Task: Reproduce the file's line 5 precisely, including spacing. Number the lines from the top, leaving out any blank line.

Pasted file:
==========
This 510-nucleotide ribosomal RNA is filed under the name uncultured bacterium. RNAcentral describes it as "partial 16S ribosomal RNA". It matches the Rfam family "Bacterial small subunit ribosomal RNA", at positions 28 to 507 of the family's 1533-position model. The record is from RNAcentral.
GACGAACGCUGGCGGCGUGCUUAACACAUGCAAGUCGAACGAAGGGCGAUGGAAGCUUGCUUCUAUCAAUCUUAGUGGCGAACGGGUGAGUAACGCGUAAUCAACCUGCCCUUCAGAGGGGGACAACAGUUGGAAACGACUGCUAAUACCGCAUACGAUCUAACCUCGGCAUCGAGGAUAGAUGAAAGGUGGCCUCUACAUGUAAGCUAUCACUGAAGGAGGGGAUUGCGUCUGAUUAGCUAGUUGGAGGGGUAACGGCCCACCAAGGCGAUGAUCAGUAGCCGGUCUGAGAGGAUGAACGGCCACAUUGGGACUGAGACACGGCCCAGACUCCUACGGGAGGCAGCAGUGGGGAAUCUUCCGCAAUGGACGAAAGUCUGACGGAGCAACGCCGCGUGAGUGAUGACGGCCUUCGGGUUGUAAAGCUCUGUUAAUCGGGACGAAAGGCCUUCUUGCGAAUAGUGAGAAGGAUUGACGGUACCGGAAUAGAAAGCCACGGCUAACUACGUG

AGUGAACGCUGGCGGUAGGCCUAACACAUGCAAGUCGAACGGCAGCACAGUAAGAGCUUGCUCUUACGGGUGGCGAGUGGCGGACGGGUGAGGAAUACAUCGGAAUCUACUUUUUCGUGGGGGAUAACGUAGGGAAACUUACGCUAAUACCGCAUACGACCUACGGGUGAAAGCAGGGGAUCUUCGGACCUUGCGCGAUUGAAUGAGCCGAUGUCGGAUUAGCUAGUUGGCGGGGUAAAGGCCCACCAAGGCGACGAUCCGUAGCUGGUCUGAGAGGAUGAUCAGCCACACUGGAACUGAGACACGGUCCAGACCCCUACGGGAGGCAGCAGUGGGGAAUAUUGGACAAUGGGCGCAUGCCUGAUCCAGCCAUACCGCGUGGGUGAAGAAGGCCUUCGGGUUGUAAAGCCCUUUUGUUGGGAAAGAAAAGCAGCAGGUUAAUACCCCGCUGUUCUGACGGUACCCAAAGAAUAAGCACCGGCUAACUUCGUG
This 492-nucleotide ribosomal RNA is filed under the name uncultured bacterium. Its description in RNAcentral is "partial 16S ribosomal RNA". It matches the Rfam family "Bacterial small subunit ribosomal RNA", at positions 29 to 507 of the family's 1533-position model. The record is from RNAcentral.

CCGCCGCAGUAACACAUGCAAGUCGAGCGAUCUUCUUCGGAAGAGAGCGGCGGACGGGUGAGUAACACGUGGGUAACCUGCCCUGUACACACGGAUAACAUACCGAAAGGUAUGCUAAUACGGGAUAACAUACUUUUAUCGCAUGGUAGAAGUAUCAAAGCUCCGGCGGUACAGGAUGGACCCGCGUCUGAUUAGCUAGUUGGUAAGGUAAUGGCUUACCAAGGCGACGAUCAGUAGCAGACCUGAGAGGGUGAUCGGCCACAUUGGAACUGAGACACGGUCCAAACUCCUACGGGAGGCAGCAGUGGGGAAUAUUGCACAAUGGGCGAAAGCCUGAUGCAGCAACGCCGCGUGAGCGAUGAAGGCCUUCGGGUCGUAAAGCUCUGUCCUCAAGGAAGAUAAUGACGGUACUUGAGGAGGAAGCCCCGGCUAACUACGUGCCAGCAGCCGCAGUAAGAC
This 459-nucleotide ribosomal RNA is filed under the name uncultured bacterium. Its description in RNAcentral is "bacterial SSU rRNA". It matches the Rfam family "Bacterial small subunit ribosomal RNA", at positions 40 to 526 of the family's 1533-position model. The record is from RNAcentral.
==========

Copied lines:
CCGCCGCAGUAACACAUGCAAGUCGAGCGAUCUUCUUCGGAAGAGAGCGGCGGACGGGUGAGUAACACGUGGGUAACCUGCCCUGUACACACGGAUAACAUACCGAAAGGUAUGCUAAUACGGGAUAACAUACUUUUAUCGCAUGGUAGAAGUAUCAAAGCUCCGGCGGUACAGGAUGGACCCGCGUCUGAUUAGCUAGUUGGUAAGGUAAUGGCUUACCAAGGCGACGAUCAGUAGCAGACCUGAGAGGGUGAUCGGCCACAUUGGAACUGAGACACGGUCCAAACUCCUACGGGAGGCAGCAGUGGGGAAUAUUGCACAAUGGGCGAAAGCCUGAUGCAGCAACGCCGCGUGAGCGAUGAAGGCCUUCGGGUCGUAAAGCUCUGUCCUCAAGGAAGAUAAUGACGGUACUUGAGGAGGAAGCCCCGGCUAACUACGUGCCAGCAGCCGCAGUAAGAC